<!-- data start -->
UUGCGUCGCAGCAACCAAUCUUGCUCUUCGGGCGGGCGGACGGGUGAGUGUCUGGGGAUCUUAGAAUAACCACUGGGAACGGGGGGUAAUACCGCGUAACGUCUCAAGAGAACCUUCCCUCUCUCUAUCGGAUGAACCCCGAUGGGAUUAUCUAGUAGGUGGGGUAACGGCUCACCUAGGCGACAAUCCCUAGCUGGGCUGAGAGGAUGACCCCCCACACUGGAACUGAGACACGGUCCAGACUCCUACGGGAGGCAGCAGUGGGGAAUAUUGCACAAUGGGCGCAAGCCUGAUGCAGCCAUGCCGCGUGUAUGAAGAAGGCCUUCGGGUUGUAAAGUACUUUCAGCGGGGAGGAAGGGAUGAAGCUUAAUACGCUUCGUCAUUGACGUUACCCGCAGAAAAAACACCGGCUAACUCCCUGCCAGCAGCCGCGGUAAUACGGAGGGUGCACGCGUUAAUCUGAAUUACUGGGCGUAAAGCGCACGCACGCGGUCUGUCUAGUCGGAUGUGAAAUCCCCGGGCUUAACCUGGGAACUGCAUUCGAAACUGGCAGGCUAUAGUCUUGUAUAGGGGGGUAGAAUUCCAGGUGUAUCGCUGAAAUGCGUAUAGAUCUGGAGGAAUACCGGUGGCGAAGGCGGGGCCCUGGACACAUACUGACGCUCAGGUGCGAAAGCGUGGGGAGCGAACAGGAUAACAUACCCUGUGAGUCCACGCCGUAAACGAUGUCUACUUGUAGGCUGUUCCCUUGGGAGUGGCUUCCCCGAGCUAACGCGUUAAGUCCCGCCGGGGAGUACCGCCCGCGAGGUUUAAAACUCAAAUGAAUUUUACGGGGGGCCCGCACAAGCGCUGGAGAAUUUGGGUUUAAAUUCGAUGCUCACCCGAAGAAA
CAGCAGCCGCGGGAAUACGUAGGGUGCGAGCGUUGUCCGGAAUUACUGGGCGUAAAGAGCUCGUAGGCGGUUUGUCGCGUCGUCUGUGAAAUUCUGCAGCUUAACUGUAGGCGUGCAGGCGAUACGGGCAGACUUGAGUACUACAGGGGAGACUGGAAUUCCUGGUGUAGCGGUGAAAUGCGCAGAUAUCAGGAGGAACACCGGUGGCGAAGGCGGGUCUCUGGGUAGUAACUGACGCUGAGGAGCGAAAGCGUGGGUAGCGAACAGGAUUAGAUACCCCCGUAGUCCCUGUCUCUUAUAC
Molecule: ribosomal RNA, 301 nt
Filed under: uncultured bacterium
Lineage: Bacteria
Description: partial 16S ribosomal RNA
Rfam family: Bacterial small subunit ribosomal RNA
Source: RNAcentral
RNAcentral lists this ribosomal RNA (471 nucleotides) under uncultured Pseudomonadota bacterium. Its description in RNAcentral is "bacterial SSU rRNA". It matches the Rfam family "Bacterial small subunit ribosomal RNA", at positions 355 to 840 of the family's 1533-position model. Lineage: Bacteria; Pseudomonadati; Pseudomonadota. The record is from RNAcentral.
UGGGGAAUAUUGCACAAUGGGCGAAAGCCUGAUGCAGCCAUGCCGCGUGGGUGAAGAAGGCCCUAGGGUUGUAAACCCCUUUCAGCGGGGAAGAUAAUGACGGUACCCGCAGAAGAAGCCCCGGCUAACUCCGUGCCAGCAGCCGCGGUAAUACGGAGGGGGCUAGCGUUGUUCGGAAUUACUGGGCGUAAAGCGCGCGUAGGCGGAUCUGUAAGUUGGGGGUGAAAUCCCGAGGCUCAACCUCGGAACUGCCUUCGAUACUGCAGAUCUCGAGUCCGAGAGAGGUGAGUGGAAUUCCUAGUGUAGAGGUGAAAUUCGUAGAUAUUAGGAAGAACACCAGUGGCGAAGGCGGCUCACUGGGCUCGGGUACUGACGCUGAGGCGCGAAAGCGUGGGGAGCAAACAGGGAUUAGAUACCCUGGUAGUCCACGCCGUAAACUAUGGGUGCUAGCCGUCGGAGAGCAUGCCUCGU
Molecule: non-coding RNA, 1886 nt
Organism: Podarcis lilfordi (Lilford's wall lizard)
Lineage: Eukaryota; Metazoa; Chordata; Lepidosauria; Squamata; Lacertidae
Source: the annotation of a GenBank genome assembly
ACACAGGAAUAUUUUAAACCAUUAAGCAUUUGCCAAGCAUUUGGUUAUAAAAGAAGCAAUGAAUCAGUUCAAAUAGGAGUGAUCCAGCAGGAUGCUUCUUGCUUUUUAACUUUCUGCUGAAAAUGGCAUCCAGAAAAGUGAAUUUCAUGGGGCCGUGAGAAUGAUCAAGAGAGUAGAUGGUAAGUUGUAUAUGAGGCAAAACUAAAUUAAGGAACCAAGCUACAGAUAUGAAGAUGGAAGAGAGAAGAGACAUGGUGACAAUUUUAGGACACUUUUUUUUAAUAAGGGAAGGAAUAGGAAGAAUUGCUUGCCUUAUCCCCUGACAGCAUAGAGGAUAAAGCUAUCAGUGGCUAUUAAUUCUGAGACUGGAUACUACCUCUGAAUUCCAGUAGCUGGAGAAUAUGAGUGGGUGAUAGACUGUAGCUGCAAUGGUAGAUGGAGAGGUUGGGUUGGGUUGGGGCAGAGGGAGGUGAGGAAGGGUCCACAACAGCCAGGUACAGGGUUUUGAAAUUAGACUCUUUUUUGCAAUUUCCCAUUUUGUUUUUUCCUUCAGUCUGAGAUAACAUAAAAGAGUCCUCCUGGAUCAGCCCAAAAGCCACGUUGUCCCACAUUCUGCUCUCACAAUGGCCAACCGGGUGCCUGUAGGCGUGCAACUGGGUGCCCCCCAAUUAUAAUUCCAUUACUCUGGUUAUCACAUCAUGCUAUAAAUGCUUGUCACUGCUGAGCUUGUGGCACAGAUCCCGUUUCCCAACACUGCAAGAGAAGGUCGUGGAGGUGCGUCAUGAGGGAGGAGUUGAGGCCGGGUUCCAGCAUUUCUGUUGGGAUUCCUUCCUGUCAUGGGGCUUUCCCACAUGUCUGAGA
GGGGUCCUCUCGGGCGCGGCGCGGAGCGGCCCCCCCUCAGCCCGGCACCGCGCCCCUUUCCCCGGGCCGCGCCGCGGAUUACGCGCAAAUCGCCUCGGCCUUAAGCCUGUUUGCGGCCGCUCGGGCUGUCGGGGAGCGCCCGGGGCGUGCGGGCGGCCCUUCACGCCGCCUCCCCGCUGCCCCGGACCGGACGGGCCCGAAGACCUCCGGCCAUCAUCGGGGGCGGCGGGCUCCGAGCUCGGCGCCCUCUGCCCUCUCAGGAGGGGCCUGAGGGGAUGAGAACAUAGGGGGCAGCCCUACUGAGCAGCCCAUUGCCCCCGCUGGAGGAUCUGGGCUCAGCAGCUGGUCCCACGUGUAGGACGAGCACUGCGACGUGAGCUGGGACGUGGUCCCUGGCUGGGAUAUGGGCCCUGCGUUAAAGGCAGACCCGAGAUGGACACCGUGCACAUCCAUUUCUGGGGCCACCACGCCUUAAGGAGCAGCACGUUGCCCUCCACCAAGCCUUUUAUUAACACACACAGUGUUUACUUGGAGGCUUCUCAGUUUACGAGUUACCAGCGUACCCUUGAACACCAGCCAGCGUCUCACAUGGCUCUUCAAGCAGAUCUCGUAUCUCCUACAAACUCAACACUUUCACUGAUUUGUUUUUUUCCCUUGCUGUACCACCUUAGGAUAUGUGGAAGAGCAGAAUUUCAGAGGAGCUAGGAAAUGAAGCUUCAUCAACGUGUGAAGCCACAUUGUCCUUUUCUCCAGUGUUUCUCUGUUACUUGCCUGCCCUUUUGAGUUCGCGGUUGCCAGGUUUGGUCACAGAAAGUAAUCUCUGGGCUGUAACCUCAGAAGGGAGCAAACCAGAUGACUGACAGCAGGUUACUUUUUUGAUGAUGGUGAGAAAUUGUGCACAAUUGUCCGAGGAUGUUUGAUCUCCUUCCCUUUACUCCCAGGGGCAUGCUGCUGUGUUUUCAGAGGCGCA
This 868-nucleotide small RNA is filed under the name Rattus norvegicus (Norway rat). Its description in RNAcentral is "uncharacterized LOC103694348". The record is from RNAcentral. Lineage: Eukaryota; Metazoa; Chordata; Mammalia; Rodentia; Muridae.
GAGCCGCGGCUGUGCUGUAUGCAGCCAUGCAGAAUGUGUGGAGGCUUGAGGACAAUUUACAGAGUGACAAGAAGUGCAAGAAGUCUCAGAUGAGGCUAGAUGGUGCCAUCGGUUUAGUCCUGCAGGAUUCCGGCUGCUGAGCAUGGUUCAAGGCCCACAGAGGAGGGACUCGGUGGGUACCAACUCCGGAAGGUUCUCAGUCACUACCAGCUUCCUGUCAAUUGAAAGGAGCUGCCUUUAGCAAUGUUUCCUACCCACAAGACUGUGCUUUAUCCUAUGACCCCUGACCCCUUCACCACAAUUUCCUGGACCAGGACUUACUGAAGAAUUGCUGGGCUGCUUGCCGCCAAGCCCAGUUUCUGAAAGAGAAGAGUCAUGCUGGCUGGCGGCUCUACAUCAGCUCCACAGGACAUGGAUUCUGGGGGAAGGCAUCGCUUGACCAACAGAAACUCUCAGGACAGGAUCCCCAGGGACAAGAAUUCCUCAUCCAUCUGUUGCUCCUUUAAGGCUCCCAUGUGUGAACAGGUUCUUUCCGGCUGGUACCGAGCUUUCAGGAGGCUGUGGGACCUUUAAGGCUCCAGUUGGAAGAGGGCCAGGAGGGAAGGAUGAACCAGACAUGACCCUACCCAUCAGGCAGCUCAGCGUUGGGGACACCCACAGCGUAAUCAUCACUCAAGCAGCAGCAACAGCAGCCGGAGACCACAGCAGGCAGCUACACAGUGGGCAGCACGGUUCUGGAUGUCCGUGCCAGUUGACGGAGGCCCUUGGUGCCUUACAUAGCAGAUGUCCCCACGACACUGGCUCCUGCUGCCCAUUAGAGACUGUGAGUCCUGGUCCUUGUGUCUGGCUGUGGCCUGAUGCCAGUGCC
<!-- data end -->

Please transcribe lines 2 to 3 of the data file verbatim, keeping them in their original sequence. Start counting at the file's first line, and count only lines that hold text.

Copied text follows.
CAGCAGCCGCGGGAAUACGUAGGGUGCGAGCGUUGUCCGGAAUUACUGGGCGUAAAGAGCUCGUAGGCGGUUUGUCGCGUCGUCUGUGAAAUUCUGCAGCUUAACUGUAGGCGUGCAGGCGAUACGGGCAGACUUGAGUACUACAGGGGAGACUGGAAUUCCUGGUGUAGCGGUGAAAUGCGCAGAUAUCAGGAGGAACACCGGUGGCGAAGGCGGGUCUCUGGGUAGUAACUGACGCUGAGGAGCGAAAGCGUGGGUAGCGAACAGGAUUAGAUACCCCCGUAGUCCCUGUCUCUUAUAC
Molecule: ribosomal RNA, 301 nt